Today’s full moon speaks of the hardness of winter. ‘Back in the day’, this was the time of year when food began to get scarce. Most meals consisted of soups; water and bones. The bones would add some flavor to the water, then sucked on for its meat and marrow. With snows and cold weather, people stayed close to the fires, telling stories, passing along traditions and reflecting on the meaning of ‘life’; its purpose and developing an understanding of each person’s place in the community and the cycle of life.
Today, food is not as scarce, but people still tend to stay close to the home fires; preferring to remain indoors, slowing down and limiting daily activities. ‘Back in the day’ people’s lives slowed down in part to preserve energy and physical resources. Today, we are much the same; hibernating during these colder, darker days, reveling in those days offering sunlight, and storing up our resources for the coming days filled with warmth, sun and fun in the great outdoors.
Even though we tend to spend more time indoors by the home fires, what we do very little of these days are tell stories of the past, of family, and traditions, passing along lessons of life, and the roots from where we came from. When was the last time you sat and spoke of the past; telling the stories that have been passed down through the generations? Do you have any of those? Or, have you ever taken the time to tell one of your own stories to a younger generation? A story that demonstrated a lesson learned and understood, or a tradition you hold near and dear to your heart, with an explanation of why it means so much to you?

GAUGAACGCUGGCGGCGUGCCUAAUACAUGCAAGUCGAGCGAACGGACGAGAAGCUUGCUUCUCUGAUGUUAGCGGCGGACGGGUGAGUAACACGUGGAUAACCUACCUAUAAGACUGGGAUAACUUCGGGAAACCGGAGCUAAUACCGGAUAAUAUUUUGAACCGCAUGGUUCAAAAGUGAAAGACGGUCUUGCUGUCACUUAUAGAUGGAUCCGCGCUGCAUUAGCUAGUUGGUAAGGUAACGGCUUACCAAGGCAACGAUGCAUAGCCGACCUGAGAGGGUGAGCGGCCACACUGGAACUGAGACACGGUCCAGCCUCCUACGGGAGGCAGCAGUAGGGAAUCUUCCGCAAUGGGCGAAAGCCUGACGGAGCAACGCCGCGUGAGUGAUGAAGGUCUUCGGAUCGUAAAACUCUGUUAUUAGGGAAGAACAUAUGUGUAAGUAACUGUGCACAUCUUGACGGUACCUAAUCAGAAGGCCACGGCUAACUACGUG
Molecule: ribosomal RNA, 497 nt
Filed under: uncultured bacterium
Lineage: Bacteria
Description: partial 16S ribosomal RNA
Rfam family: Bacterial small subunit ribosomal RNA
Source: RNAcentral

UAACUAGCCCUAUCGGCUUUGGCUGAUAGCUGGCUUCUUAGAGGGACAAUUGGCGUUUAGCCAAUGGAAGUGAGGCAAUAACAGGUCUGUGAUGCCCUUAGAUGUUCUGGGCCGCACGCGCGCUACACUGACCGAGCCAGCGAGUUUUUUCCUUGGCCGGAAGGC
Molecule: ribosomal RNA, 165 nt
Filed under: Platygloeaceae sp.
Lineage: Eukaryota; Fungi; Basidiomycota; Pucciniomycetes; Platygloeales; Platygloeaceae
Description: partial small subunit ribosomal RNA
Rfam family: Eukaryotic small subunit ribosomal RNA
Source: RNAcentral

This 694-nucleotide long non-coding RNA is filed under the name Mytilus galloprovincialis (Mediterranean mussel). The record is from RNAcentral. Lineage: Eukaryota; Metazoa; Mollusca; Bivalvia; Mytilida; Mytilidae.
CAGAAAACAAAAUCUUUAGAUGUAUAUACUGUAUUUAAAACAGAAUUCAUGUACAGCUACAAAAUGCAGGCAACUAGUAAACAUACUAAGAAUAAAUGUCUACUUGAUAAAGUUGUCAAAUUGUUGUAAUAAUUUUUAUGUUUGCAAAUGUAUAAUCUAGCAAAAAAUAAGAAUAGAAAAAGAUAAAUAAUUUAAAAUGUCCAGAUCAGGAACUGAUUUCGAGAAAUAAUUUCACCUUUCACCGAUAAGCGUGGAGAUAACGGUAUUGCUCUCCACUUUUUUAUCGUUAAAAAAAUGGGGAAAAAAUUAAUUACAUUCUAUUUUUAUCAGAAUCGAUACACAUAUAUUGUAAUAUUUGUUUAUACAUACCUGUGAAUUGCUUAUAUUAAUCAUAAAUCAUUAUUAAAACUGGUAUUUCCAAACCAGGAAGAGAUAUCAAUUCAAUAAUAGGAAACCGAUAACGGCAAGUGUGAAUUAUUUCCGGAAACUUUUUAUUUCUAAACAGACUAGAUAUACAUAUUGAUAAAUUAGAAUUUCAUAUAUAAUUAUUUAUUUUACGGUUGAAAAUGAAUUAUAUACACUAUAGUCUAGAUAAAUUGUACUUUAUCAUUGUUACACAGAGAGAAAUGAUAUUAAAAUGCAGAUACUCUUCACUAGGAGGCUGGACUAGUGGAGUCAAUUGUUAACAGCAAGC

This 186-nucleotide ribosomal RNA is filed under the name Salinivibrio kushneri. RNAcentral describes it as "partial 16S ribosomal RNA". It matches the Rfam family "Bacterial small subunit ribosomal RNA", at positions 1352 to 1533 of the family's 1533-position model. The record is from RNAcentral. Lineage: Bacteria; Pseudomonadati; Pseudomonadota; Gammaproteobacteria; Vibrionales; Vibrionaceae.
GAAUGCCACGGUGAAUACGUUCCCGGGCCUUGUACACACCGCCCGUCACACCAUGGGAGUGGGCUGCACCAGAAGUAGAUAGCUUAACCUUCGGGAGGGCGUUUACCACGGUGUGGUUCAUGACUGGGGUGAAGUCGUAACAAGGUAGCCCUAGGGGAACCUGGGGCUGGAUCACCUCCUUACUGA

When you tell stories, whether they are those you have heard from the past, handed down through the generations, or a story about yourself, your life and your understanding, you are opening your heart to another person and allowing that person to see you clearly in a whole different light. It is often easier to tell your stories to someone younger, perhaps your children, grandchildren or those of family and friends. A story can teach many things to all who are listening; even if your audience is only one. And, while you may have heard the stories many times in your life, when you tell them you find new and different messages within them for yourself. Whatever message the story may hold for the listener, it has a deeper, more meaningful message for the storyteller. It isn’t just the repeating of a story that matters, it is the storyteller’s ability to weave a scene, filling it with their emotion that embraces the listener and lifts them into the story along with the storyteller.
Take the time to think about your story. We all have one; what’s yours? Take one small part of your story, perhaps an incident that taught you a very fine lesson, and recall it in the fullest of detail. Then, the next time you have an audience (even if it is an audience of one), weave the scene, filling it with emotion, and telling it from your heart. Don’t rush; give it your full attention. Afterward, see if you didn’t learn just a little more from the experience; notice a deeper sense of appreciation towards it. Maybe, you will even notice a little shift in your relationship with your audience.